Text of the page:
So you’re thinking of working for a Japanese firm. You might be wondering whether you will fit there. Here are some points that give you some hints on it.
Politeness: Care in interactions with others is one of the hallmarks of Japanese culture, and this translates in the workplace as people making an effort to be pleasant and nonconfrontational. It’s easy to take for granted once you get used to it, but it can be a noticeable contrast to the more rough-and-tumble atmosphere of some non-Japanese companies.
Teamwork: Japanese are very good at working in teams to get things done and, naturally, prefer to collaborate with others. This means that colleagues can be very supportive, and also creates a natural sense of belonging.
Increased responsibility: Being one of a small number of non-Japanese employees can give you the opportunity to get involved in activities and take on more responsibility than might be possible when working in your home country. It also gives you more visibility and potential exposure to senior-level workers. There is a lot of potential to leverage your unique skills and viewpoint, including your native language.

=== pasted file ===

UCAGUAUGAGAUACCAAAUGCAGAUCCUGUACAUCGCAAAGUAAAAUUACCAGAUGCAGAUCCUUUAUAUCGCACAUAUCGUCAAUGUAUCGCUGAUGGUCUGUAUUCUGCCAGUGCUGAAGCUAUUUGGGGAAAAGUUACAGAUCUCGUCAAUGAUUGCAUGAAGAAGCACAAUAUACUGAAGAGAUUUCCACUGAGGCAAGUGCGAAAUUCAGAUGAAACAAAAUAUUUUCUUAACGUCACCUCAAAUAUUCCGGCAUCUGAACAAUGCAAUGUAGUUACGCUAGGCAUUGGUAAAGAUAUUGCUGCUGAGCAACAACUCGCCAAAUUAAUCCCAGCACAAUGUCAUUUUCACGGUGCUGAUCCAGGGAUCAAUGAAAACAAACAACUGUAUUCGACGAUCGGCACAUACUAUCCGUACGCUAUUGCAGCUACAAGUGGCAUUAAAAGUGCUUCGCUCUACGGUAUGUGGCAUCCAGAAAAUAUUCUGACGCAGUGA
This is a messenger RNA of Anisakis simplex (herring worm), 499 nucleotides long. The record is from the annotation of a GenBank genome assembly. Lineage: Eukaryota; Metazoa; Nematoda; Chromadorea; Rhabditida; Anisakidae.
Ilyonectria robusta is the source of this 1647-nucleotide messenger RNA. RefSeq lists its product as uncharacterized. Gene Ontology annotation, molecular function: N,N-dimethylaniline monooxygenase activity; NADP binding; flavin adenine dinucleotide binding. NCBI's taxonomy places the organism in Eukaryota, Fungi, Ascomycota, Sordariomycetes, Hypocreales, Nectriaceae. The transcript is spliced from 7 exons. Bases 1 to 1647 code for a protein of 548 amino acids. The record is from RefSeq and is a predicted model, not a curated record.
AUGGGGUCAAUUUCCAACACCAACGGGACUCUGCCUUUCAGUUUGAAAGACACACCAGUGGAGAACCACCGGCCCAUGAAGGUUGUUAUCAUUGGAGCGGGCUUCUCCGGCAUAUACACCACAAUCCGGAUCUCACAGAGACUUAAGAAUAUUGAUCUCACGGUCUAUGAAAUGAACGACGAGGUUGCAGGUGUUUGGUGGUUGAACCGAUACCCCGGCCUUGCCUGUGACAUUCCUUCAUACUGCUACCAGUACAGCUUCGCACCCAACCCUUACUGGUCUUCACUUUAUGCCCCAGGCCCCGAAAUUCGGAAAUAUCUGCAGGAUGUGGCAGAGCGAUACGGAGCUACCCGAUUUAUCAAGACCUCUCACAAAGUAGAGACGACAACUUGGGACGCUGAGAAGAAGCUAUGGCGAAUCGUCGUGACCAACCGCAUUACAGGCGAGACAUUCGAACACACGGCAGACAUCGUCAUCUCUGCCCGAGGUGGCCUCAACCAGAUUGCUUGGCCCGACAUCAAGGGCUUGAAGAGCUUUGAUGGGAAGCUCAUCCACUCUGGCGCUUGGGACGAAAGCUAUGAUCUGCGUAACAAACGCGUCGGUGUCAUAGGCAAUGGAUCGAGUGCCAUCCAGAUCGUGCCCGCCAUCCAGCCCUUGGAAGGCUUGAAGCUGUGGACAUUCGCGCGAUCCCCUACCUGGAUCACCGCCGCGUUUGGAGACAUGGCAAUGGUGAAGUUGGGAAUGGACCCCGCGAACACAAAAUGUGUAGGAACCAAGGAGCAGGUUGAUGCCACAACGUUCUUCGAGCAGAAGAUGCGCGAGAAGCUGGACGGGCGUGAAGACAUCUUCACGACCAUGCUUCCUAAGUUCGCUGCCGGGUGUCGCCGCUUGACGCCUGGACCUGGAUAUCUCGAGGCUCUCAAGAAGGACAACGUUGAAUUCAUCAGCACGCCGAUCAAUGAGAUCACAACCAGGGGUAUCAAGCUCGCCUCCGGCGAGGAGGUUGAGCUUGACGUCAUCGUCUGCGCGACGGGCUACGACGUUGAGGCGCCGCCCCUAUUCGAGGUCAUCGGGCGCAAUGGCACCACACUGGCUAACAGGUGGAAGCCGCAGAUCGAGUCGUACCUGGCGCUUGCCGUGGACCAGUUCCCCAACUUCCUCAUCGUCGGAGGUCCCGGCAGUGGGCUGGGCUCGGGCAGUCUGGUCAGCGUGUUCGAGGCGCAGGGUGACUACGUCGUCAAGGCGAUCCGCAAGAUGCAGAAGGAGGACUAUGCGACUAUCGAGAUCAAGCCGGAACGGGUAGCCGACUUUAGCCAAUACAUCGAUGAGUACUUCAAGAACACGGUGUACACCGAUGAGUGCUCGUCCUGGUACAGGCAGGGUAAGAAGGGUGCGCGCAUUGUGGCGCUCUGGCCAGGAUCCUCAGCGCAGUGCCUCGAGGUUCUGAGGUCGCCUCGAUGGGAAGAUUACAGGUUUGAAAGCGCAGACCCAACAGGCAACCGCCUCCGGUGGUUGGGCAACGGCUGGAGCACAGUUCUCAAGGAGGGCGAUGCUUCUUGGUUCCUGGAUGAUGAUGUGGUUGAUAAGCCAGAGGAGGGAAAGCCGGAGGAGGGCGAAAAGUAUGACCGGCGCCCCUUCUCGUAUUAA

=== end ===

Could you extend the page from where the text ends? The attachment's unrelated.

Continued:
Indirect communication style: People often tell me that the reluctance of their Japanese colleagues to say “no” clearly is a source of frustration. Until you get used to this style of communication, it may be difficult in pick up on the subtle negative signals that Japanese send instead of coming out and speaking directly. This is especially true if you’re from a culture that prefers to “tell it like it is.” The reluctance to confront people with negative information can also turn into passive-aggressive behavior.
A need to read between the lines: Not only do Japanese tend to be indirect, their communication style also tends to be vague. Instructions or feedback may be conveyed very nonspecifically, leaving non-Japanese to wonder what the real meaning is. Or, in some cases, nothing may be said at all, with the expectation being that you’ll somehow figure it out.
Detail orientation: The Japanese pursuit of perfection means that tremendous energy may be devoted to relatively minor aspects of the work. This can be time-consuming and lead to extra work, not to mention the danger of losing sight of the forest for the trees.